The Anunnaki are the primary group of deities in ancient Mesopotamian cultures (i.e. Sumerian, Akkadian, Assyrian, and Babylonian).
The name means something to the effect of “those of royal blood” or “princely offspring”, and has also been interpreted as “those who from heavan to earth came”.
According to The Oxford Companion to World Mythology, the Anunnaki:
Their relation to the group of gods known as the Igigi is not always clear – at times the names are used synonymously, but in the Atra-Hasis flood myth the Igigi are the sixth generation of the Gods who have to work for the Anunnaki, rebelling after 40 days and replaced by the creation of humans.
The Enuma Elish (also known as The Seven Tablets of Creation) is the Mesopotamian creation myth whose title is derived from the opening lines of the piece, `When on High’. In their Epic of Creation, it is said that there are 300 lgigu of heaven.
When the Anunnaki appear in the Babylonian creation myth, Enuma Elish (the late version magnifying Marduk), after the creation of mankind, Marduk divides the Anunnaki and assigns them to their proper stations, in heaven and on the earth.
In the Sumerian tale, the seven judges of the underworld are called the Annunaki, and they set the land aflame as the storm is approaching.
According to later Assyrian and Babylonian myth, the Anunnaki were the children of Anu and Ki, brother and sister gods, themselves the children of Anshar and Kishar (Skypivot and Earthpivot, the Celestial poles), who in turn were the children of Lahamu and Lahmu (“the muddy ones”), names given to the gatekeepers of the Abzu (House of Far Waters) temple at Eridu, the site at which the creation was thought to have occurred.
In his book, The Cosmic Code, author Zecharia Sitchin writes:
“There was a time, the Sumerians told, when civilized Man was not yet on Earth, when animals were only wild and undomesticated and crops were not yet cultivated. At that long ago time there arrived on Earth a group of fifty Anunnaki.
“Lead by a leader whose name was E.A. (meaning “Whose home is water “) they journeyed from their home planet NIBIRU and, reaching Earth, splashed down in the waters of the Persian Gulf… The time: 445,000 years ago. ” (p.42)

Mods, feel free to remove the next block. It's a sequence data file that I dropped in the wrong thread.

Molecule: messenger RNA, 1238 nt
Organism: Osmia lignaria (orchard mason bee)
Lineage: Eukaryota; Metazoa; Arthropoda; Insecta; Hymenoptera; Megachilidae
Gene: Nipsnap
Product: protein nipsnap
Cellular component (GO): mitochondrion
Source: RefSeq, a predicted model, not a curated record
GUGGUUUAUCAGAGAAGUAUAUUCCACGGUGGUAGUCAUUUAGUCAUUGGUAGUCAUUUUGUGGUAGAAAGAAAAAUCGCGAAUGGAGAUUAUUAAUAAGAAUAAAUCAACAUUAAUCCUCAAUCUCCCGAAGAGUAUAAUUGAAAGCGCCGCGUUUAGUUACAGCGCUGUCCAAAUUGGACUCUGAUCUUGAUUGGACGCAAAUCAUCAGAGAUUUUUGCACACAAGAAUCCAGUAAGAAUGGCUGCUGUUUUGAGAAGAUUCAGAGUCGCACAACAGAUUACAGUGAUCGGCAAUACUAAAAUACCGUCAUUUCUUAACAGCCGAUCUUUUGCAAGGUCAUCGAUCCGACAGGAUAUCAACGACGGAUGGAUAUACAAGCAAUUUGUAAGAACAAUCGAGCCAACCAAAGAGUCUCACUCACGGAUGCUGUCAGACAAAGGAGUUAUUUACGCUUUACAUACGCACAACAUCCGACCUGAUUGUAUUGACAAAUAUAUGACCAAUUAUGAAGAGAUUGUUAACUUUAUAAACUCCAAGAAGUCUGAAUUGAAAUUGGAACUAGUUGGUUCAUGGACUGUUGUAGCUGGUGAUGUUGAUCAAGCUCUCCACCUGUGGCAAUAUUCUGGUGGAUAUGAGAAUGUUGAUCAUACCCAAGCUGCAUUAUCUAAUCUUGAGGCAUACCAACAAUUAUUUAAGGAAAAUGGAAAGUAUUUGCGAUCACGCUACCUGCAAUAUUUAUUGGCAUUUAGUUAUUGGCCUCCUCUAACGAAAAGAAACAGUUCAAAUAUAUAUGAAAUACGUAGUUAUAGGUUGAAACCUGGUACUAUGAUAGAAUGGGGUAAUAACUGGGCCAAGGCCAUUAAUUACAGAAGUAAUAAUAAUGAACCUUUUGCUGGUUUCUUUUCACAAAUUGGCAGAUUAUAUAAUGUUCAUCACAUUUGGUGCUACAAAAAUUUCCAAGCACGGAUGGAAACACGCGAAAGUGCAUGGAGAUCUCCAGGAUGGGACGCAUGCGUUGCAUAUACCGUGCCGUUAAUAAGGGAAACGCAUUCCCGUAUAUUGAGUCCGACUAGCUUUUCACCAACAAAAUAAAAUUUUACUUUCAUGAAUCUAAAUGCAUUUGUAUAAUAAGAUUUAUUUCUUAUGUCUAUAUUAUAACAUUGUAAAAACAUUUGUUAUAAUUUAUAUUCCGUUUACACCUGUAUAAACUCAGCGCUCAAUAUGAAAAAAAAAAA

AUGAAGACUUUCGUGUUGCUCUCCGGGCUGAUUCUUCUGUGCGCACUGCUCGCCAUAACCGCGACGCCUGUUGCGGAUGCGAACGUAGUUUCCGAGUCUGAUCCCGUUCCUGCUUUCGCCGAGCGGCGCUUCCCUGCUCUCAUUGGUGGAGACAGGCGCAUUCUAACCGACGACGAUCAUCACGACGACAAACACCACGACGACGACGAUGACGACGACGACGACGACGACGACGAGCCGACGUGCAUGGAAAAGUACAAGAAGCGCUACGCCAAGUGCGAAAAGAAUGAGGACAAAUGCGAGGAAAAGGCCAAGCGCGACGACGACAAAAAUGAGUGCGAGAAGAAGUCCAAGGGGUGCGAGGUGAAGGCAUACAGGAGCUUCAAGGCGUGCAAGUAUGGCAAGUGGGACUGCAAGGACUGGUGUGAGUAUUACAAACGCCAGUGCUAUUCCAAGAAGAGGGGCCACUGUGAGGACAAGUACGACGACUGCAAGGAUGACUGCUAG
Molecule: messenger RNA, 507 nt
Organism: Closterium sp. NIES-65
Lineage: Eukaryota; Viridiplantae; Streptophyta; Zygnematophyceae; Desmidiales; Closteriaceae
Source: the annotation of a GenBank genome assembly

The story, one of the oldest, if not the oldest in the world, concerns the birth of the gods and the creation of the universe and human beings. In the epic, Ea creates Lullu, the first man, to be a helper to the gods in their eternal task of maintaining order and keeping chaos at bay.
As the poem phrases it:
“Ea created mankind/On whom he imposed the service of the gods, and set the gods free.”
Following this, Marduk “arranged the organization of the netherworld” and distributed the gods to their appointed stations. The poem ends with long praise of Marduk for his accomplishments.
It is said that one reason they came to earth in the first place was to obtain gold. A complex mining operation was begun which later, after revolts, required human hybrid slaves as labor.
Because their home planet Nibiru goes far out into space, these beings are in darkness and misery much of the time; when they approach the sun again they delight in visiting our planet Earth with the feminine essence of the Goddess so vibrant and living upon her.
There is evidence of these visits, including sexual encounters and hybrid offspring, throughout ancient history, particularly in the Sumerian culture.
It is written that when the Anunnaki visit our planet they interfere with its natural rhythms and nature. Being more technologically advanced with much longer lifespans, they were said to have genetically manipulated us in the distant past and considered us as their domesticated workers, or slaves, for their gold mines and to make their lives easier.
There is a part in Genesis of the Grail Kings, written by Laurence Gardner, which portrays the Anunnaki role in the history of mankind as parental and as teachers:
“The Sumerians ‘believed’ that their main purpose in life was to serve the Anunnaki by providing them with food, drink, and habitation. In return, they were educated, trained in social skills, and academic affairs, and the products of this training are abundantly clear from their writings.” (p. 102)